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From the Editor: May 2012

April 25, 2012  By Dave Harrison

Food in Canada remains a bargain. That’s the good news.

Food in Canada remains a bargain. That’s the good news. The bad news is that such affordability also means farmgate prices are not rising; we’ve had Food Freedom Day on Feb. 12 since 2009.

The Canadian Federation of Agriculture says that Canadians earned enough income by Feb. 12 to pay their grocery bill for the entire year. They will have spent about 11.8 per cent of this year’s disposable income on food. Compare that with France (13.5 per cent) and Japan (14.2 per cent).


Of the 11.8 per cent Canadians pay for food overall, farmers continue to take only a very small percentage of the food dollar. This is the wake-up call. Within the first three weeks of the year, notes CFA president Ron Bonnett, an average consumer has earned enough income to pay the farmers’ share of the food dollar.  “This is a common story for many players along the value chain – the share they get does not adequately compensate their costs,” Bonnett explains. “The CFA strongly believes all stakeholders would benefit from a National Food Strategy. A plan to optimize our food system would strengthen agricultural businesses, create long-term value and make significant contributions to society.”

In a recent Bank of Montreal poll, some 86 per cent of Canadians said it was important or very important that they purchase Canadian-produced food.

A sustainable agri-food industry is essential in Canada. For one thing, it makes economic sense. About nine per cent of Canada’s GDP is generated within the food system. Some 2.4 million jobs are tied to the sector.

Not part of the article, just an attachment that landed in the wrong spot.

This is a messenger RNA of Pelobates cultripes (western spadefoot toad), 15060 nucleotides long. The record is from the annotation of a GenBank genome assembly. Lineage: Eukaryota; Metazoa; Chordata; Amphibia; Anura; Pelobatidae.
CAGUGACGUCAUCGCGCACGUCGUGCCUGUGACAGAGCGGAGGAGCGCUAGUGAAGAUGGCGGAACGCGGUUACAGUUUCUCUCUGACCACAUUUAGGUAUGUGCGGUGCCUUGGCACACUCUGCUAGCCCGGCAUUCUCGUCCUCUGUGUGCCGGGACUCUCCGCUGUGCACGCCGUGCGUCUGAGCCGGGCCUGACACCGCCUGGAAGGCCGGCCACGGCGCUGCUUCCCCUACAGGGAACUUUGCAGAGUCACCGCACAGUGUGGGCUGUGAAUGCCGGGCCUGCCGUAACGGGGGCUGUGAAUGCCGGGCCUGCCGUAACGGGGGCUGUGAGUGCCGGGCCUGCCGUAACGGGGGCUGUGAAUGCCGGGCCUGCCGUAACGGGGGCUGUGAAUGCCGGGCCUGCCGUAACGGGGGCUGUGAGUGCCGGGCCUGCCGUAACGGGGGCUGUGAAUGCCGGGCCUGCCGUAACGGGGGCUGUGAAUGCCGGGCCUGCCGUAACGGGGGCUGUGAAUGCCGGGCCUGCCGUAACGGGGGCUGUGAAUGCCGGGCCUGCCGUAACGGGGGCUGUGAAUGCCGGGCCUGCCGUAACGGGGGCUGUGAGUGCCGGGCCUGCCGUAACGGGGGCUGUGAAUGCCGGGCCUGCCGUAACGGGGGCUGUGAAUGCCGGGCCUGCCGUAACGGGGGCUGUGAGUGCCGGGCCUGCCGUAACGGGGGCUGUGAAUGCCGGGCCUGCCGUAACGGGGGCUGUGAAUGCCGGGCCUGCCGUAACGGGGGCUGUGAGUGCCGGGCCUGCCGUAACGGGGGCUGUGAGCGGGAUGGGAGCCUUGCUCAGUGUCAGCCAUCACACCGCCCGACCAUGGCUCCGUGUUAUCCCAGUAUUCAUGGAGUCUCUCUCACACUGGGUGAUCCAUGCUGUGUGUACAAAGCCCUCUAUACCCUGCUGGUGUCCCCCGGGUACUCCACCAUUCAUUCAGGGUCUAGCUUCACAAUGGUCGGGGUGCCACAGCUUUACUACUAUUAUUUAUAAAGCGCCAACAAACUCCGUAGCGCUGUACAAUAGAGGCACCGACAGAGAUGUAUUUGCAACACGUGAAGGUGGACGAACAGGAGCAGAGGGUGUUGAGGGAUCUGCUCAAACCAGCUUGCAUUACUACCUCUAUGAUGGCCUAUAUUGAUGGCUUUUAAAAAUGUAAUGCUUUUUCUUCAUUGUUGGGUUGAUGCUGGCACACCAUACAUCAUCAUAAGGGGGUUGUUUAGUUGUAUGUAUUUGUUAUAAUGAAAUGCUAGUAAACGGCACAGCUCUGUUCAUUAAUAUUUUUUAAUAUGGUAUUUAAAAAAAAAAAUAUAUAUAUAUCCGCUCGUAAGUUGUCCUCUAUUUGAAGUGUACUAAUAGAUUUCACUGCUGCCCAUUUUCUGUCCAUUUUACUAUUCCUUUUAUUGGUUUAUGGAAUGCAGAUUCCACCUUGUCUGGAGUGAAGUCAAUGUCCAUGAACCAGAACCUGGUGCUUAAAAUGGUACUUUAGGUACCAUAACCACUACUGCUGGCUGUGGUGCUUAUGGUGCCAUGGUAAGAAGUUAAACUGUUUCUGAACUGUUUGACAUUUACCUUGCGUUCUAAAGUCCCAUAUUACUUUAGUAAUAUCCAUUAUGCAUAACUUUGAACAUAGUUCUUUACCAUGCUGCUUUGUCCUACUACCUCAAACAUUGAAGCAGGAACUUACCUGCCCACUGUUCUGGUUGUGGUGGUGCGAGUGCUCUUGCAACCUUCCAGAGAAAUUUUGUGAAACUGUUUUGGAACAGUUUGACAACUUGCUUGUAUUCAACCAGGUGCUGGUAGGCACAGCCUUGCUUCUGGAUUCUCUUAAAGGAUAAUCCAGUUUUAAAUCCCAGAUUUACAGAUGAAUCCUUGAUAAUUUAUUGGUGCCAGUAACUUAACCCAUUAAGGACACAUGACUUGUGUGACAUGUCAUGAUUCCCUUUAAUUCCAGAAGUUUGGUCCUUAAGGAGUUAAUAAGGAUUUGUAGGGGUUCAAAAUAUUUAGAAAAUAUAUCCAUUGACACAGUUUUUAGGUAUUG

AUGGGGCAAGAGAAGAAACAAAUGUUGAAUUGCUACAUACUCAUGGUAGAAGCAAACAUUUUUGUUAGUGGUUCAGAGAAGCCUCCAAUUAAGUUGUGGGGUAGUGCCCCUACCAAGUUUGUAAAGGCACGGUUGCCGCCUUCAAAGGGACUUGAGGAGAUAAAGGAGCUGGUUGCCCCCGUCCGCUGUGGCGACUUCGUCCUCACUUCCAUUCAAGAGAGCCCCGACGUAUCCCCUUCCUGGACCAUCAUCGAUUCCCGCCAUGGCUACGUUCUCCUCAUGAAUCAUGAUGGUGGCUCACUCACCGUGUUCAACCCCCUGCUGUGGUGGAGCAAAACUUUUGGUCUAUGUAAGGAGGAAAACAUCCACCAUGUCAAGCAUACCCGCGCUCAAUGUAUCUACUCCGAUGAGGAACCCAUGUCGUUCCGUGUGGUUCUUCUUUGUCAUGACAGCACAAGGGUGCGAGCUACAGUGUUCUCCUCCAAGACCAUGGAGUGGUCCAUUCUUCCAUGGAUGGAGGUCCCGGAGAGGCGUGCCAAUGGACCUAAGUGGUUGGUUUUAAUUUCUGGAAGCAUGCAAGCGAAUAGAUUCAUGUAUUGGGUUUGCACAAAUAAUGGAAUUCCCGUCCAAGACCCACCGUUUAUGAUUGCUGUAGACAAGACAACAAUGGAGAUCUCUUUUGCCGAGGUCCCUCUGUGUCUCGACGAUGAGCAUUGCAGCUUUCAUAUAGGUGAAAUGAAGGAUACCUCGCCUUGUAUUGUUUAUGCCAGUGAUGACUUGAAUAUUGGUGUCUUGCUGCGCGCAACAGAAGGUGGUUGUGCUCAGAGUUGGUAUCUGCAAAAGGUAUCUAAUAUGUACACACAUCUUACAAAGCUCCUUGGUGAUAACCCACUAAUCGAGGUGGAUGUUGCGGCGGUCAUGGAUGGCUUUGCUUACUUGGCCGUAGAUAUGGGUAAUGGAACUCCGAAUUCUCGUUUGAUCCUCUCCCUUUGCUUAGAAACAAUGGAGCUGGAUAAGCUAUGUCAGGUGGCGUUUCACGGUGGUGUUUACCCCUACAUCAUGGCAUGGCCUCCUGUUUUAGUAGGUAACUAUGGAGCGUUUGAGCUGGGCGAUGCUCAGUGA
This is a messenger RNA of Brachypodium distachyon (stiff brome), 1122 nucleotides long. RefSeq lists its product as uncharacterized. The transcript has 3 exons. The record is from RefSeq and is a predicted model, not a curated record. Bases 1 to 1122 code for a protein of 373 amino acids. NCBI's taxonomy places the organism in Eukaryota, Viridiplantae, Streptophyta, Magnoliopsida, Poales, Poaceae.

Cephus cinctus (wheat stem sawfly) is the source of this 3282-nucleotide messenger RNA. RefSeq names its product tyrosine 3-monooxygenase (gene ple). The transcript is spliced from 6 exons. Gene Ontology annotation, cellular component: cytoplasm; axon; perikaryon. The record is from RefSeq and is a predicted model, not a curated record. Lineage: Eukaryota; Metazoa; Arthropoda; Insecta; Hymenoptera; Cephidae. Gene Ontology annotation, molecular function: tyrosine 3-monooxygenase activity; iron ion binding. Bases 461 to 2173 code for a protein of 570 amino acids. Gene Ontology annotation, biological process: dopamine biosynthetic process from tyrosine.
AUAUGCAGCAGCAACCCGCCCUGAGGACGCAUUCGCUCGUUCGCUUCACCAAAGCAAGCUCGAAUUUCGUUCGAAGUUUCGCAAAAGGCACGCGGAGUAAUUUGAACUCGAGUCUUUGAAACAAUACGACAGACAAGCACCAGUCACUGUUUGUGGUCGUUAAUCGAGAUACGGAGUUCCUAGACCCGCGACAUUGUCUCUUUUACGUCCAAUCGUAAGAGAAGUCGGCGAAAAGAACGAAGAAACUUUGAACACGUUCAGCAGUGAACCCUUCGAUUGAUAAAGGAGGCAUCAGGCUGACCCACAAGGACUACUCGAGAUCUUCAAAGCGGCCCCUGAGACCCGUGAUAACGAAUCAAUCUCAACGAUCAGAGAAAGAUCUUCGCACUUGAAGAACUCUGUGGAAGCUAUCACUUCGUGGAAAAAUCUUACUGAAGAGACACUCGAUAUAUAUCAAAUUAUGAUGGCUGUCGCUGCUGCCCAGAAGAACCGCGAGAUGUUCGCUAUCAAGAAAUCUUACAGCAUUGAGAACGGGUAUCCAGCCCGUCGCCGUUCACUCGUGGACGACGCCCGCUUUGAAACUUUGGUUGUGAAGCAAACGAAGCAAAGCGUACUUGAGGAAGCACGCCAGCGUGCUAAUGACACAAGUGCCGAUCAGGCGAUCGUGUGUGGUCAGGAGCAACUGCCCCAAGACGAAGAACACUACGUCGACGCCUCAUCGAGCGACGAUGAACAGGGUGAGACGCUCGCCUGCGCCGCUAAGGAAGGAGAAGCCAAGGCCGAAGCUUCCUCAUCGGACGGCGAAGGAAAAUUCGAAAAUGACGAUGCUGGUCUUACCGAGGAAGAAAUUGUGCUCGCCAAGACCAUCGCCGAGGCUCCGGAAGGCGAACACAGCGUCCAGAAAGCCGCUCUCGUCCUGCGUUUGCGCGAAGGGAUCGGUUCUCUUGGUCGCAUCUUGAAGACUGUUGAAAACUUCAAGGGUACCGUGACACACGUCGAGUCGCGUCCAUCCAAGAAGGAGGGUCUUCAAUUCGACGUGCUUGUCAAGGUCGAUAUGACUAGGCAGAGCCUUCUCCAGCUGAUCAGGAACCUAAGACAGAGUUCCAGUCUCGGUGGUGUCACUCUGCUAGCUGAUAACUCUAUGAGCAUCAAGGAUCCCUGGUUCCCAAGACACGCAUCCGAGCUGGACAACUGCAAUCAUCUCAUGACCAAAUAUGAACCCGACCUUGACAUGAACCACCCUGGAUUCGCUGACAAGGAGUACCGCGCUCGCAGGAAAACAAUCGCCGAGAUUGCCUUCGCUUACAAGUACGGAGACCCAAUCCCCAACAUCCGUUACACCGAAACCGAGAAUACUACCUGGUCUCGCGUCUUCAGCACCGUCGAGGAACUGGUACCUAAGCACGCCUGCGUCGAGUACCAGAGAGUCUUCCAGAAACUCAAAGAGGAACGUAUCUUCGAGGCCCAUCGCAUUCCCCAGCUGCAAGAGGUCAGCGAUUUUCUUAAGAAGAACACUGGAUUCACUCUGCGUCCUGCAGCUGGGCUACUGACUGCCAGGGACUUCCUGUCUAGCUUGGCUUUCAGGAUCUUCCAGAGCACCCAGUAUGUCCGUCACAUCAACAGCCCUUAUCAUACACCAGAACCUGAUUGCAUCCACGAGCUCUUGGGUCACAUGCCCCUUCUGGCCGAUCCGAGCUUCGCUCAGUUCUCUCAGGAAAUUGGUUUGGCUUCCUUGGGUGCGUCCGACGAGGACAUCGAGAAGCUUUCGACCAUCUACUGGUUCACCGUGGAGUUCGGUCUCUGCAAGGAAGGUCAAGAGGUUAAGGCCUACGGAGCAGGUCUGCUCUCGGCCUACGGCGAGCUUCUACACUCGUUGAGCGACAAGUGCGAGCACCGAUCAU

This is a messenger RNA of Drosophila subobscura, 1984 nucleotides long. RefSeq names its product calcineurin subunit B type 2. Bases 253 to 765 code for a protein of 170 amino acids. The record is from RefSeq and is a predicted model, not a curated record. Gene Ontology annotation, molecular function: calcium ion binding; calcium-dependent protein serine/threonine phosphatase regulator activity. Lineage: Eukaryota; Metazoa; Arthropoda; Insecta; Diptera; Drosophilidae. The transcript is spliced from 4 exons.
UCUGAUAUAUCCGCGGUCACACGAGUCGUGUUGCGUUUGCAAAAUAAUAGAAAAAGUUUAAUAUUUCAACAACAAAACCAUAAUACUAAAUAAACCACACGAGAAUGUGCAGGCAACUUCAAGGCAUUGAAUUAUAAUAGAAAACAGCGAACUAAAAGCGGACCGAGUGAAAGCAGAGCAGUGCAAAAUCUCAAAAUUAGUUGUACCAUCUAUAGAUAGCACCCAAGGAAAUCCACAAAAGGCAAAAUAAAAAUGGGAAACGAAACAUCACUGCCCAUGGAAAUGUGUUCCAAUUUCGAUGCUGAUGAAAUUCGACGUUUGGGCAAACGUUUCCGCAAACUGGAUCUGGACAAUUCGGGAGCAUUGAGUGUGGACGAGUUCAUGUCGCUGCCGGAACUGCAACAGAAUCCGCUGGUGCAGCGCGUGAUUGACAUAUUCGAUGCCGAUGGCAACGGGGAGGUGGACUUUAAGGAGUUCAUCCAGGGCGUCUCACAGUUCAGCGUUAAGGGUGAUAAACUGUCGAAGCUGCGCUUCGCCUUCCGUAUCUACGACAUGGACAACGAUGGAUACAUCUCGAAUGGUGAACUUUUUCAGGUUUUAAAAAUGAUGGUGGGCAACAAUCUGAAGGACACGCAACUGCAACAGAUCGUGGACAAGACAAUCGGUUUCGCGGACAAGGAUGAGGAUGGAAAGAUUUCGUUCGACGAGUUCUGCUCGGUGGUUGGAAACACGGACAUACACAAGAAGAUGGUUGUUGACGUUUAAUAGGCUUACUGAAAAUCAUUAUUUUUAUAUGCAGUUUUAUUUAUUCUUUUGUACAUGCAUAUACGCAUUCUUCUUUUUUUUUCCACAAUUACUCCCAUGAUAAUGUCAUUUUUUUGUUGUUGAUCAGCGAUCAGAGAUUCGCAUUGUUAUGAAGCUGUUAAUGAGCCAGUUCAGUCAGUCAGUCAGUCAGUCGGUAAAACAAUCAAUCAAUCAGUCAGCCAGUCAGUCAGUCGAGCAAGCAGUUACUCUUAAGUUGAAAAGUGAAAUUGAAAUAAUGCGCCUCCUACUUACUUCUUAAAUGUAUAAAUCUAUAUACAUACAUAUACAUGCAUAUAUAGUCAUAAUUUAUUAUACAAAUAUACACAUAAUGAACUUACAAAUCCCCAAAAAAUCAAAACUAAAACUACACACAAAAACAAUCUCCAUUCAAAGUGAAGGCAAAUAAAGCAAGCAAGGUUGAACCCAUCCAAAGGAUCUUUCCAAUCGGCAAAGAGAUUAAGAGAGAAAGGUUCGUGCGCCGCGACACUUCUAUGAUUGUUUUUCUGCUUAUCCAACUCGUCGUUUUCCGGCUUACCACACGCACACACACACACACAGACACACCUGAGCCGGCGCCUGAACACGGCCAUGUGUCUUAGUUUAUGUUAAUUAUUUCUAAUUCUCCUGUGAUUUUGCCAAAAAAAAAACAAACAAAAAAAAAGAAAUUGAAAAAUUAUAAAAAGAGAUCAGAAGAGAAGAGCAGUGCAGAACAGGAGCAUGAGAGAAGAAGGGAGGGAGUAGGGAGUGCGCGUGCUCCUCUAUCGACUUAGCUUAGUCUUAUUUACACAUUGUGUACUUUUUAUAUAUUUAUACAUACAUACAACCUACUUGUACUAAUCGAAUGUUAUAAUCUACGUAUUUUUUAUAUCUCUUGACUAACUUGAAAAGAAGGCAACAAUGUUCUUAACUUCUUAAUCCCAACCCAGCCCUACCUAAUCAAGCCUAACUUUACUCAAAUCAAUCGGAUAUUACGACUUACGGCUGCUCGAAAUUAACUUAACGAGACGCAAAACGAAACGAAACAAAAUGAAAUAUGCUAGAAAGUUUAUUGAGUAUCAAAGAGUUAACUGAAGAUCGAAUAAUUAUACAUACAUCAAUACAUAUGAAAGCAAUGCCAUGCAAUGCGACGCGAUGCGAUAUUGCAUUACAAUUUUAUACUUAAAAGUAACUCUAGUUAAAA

The National Food Strategy says farming and food proces-sing in Canada needs more attention. “In spite of the food sector’s contribution to a healthy economy, the bottom line of many producers and processors of food remains low. Farm incomes have suffered a roller-coaster ride that includes nominal or negative farm income.

Food processing capacity has witnessed an exodus from Canada. More of our food is imported in spite of our abundance of land and water, our entrepreneurial spirit, access to technology and human capacity – all of which should facilitate expansion of our food production and processing capacity.”

A key plank in the National Food Strategy  notes that participants in the food chain should have a reasonable and equal opportunity to prosper.

Greenhouse vegetables would be major winners under such a plan, as they can be grown domestically year-round. Having governments and their agencies facilitate more trigen projects – electricity onto the grid, waste heat and CO2 into the greenhouse – would be an example of improved economic sustainability.

If farmgate prices don’t rise sufficiently, growers must rely on improved efficiencies and productivity to counter low prices. That requires breakthroughs in breeding and more research in cutting costs and increasing yields. Investing in research has always been important, but the slim margins of horticulture and its flat-lining prices will require even more attention over the next few years.

Let’s ensure Food Freedom Day is truly something to be celebrated mutually by consumers and by those producing the food.

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